Stanford Medicine News Center - November 15th, 2016 - by Bruce Goldman
The amount of a particular chemical in a particular part of your brain predicts your ability to simultaneously hang onto several bits of information in your working memory, a Stanford University School of Medicine scientist and his University of California-Davis collaborators have learned.
The discovery helps to clarify at least one aspect of the brain’s mysterious ways, and could someday help guide therapies for those whose working memory could stand improvement.
And whose couldn’t?
Working memory is the brain function that lets you carry on a phone conversation while adding three numbers in your head and remembering that you need to steer the car onto the freeway exit in about two minutes — all this time not forgetting who you’re talking to. Like a computer’s RAM, working memory serves as a buffer where information, derived from the senses or retrieved from long-term memory, can be temporarily placed so the conscious brain can process it. It’s tied to assessments of cognitive capacity such as IQ, and to real-world outcomes such as academic performance.
As most people eventually find out, working memory declines with age.
“Deficits in working memory also characterize various neuropsychiatric conditions and are particularly evident in schizophrenia,” said Jong Yoon, MD, an assistant professor of psychiatry and behavioral sciences at Stanford and a psychiatrist at the Palo Alto Veterans Affairs Health Care System who sees numerous patients with this disorder.
Yoon is the lead author of the study, published Nov. 16 in the Journal of Neuroscience. The study teases apart three key components of working memory and shows that one component, but not the other two, is tied to the amount of a chemical called GABA in a brain area known as the dorsolateral prefrontal cortex, or DLPFC. Richard Maddock, MD, a professor of psychiatry at UCD, is senior author of the study.
This component, referred to as load, is a measure of the number of separate bits of information a person’s working memory can store at the same time. A second component, maintenance, denotes how long information can be stored in working memory before it’s lost. A third, distraction resistance, gauges how well an individual’s working memory holds onto information in the face of interfering stimuli.
The DLPFC, a broad swath of neural tissue on the forebrain surface, has been shown in animal studies and in observations of brain-damaged patients to be integral to high-level executive functions in the brain, such as planning, prioritizing and avoiding distractions. It has likewise been strongly implicated in working memory. The DLPFC orchestrates activity in numerous distant centers throughout the brain, including the visual cortex, which is located near the brain’s surface but in the hindbrain.
“No previous study has ever pinpointed GABA’s link with working memory in humans,” said Yoon. “Working memory is a complex process, requiring coordinated activity in centers throughout the brain. Yet, remarkably, the amount of this one chemical in a single part of the brain accounts for close to one-third of the variance in individuals’ load capacity.”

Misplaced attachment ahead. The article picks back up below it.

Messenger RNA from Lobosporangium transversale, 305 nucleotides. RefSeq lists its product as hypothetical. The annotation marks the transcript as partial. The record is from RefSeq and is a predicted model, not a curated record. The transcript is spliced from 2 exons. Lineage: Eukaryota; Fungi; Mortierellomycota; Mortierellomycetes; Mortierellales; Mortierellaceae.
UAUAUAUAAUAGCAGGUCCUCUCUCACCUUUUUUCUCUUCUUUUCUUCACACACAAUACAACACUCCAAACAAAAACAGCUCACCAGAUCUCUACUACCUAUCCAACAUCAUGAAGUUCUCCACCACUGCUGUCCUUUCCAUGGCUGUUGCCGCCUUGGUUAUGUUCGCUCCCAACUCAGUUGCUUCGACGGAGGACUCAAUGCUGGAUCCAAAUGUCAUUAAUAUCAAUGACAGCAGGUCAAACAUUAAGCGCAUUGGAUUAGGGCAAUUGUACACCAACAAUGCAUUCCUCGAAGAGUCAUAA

In the study, 23 healthy participants ages 19-32 were subjected to batteries of tests of working memory. Yoon reasoned that different components of working memory would involve different neurotransmitter inputs. So he devised working-memory tests that separated the measurement of load, maintenance and distraction resistance.
Participants repeated several related tasks. In the simplest, they were shown a drawing of a face and then, after a two-second delay, shown a second face and asked whether it was the same as or different from the first one. Variations of this task — initially presenting two faces instead of just one; lengthening the intervening delay; or displaying a different, irrelevant face between the initial and final displays — tested load, maintenance and distraction resistance, respectively. The investigators compared individuals’ error rates on the simple version of the task with outcomes on tasks taxing one or another working-memory component more heavily. The smaller the deterioration in performance on a test of a particular working-memory component, the greater the individual’s capacity regarding that component was judged to be.
Using an advanced imaging method, the scientists measured GABA levels in the DLPFC and, for comparison, in the visual cortex. GABA, secreted by nerve cells, is an inhibitory neurotransmitter: Its uptake by other nerve cells inhibits their firing.
Yoon and his associates also measured levels of an excitatory neurotransmitter, glutamate. By far the two most abundant neurotransmitters in the brain, GABA and glutamate are considered to be that organ’s stop and go signals.
Individuals with higher levels of GABA in their DLPFC performed better on tests of their load capacity — the ability to juggle more bits of information — the researchers found. In contrast, no significant association emerged linking GABA levels in the DLPFC to maintenance or to distraction resistance, or tying participants’ load capacity to GABA levels in the visual cortex. Nor did imaging reveal any connection between performance on tests of load capacity and levels of glutamate in the DLPFC.
Schizophrenic patients, Yoon said, are known to be deficient in an enzyme essential to GABA production. So, drugs that boost GABA levels or function in the brain might prove helpful in restoring their impaired working memory. He plans to test this hypothesis.
The work is an example of Stanford Medicine’s focus on precision health, the goal of which is to anticipate and prevent disease in the healthy and precisely diagnose and treat disease in the ill.
The study was funded by the National Institute for Mental Health (grant R21NH090475).
Stanford’s Department of Psychiatry and Behavioral Sciences also supported the work.